I had a submitted paper reviewed once: referee A said the paper should be published without revision; referee B said it was useless and should be rejected outright; referee C said ‘what about this, that and the other’? There was nothing unbelievably original in the submission, merely the reporting of an unexpected technical finding which could, potentially, have interesting mechanistic implications were the process understood further. Referee A was the Prime Minister’s rottweiler; Referee B was the Leader of the Opposition’s rottweiler; Referee C was an Honorable and Distinguished Back Bencher.

    Much as the Press represents ‘the first version of history’, so scientific publications reflect ‘the first version of new scientific understanding’.

    • My Georgetown history professor, Carroll Quigley, whom I mentioned in an earlier post, taught a class named “Science, Christianity, and the Western Intellectual Tradition,” the main point of which was that all three are based on the same premise: “The truth unfolds through time through communal effort.” Although the IPCC claims that its work is based on science, it’s quite obvious to me that the IPCC is not concerned with “the truth” but with advancing a certain politco-economic agenda, and, moreover, to justify its own existence and thereby ensure continued funding and thus the jobs of its staff.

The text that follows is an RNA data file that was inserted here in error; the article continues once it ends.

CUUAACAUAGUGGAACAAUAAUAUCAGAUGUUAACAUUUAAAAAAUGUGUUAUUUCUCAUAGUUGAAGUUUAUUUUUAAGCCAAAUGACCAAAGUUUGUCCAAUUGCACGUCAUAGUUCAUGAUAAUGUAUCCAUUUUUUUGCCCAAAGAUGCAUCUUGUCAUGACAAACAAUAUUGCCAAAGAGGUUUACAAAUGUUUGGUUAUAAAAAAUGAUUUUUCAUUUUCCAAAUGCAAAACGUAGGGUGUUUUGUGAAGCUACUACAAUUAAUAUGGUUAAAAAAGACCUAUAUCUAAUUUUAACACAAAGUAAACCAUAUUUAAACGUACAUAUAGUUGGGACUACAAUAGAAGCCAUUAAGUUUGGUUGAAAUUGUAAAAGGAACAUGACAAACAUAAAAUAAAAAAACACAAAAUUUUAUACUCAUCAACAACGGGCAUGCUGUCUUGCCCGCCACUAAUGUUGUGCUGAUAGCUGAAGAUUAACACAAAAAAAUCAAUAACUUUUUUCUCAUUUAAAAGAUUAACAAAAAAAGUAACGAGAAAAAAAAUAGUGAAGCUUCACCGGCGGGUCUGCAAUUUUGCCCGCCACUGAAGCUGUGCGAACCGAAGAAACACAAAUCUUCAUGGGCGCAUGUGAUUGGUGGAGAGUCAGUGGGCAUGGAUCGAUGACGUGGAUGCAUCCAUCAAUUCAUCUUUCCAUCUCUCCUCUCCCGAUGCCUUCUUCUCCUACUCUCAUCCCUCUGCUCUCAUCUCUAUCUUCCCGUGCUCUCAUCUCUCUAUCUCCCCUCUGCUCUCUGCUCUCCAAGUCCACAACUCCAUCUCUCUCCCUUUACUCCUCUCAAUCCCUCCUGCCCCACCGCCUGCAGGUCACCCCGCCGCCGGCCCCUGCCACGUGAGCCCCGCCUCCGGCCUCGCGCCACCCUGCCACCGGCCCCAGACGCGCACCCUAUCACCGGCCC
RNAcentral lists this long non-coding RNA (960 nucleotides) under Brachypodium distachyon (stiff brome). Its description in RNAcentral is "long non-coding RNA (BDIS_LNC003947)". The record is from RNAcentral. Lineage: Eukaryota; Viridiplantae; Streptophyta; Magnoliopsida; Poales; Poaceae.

For those of you who may dispute that there is a “truth,” I ask that if there is no truth then how can there be error?

  140. Andres Valencia says:
    October 2, 2013 at 7:31 am
    Science is fallible, it fails more often than not.
    Too simplistic. Science is the bedrock of our modern civilization and certainly cannot in general be a failure. All science is subject to continuous revision and improvement and science is self-correcting with time [although wrong ideas can hang around for some time].

  141. Guest essay by Dr. David Deming, he said,

    . . .

    . . . Objectivity is not required or taught, nor are there any totally objective human beings. Bias is ubiquitous and fraud occurs.

    . . .

    – – – – – – – –

    David Deming,

    Your essay has stimulated an important discussion.

    How do you know that what you state (quoted above) is true if you apply your dictum that no one is totally objective? You self refute your own objectivity in your own view of science in that regard.

    Also, reasoning properly requires no science, but science does require reasoning properly. Science is in that regard a derivative of the discipline of epistemology that is a traditional part of philosophy.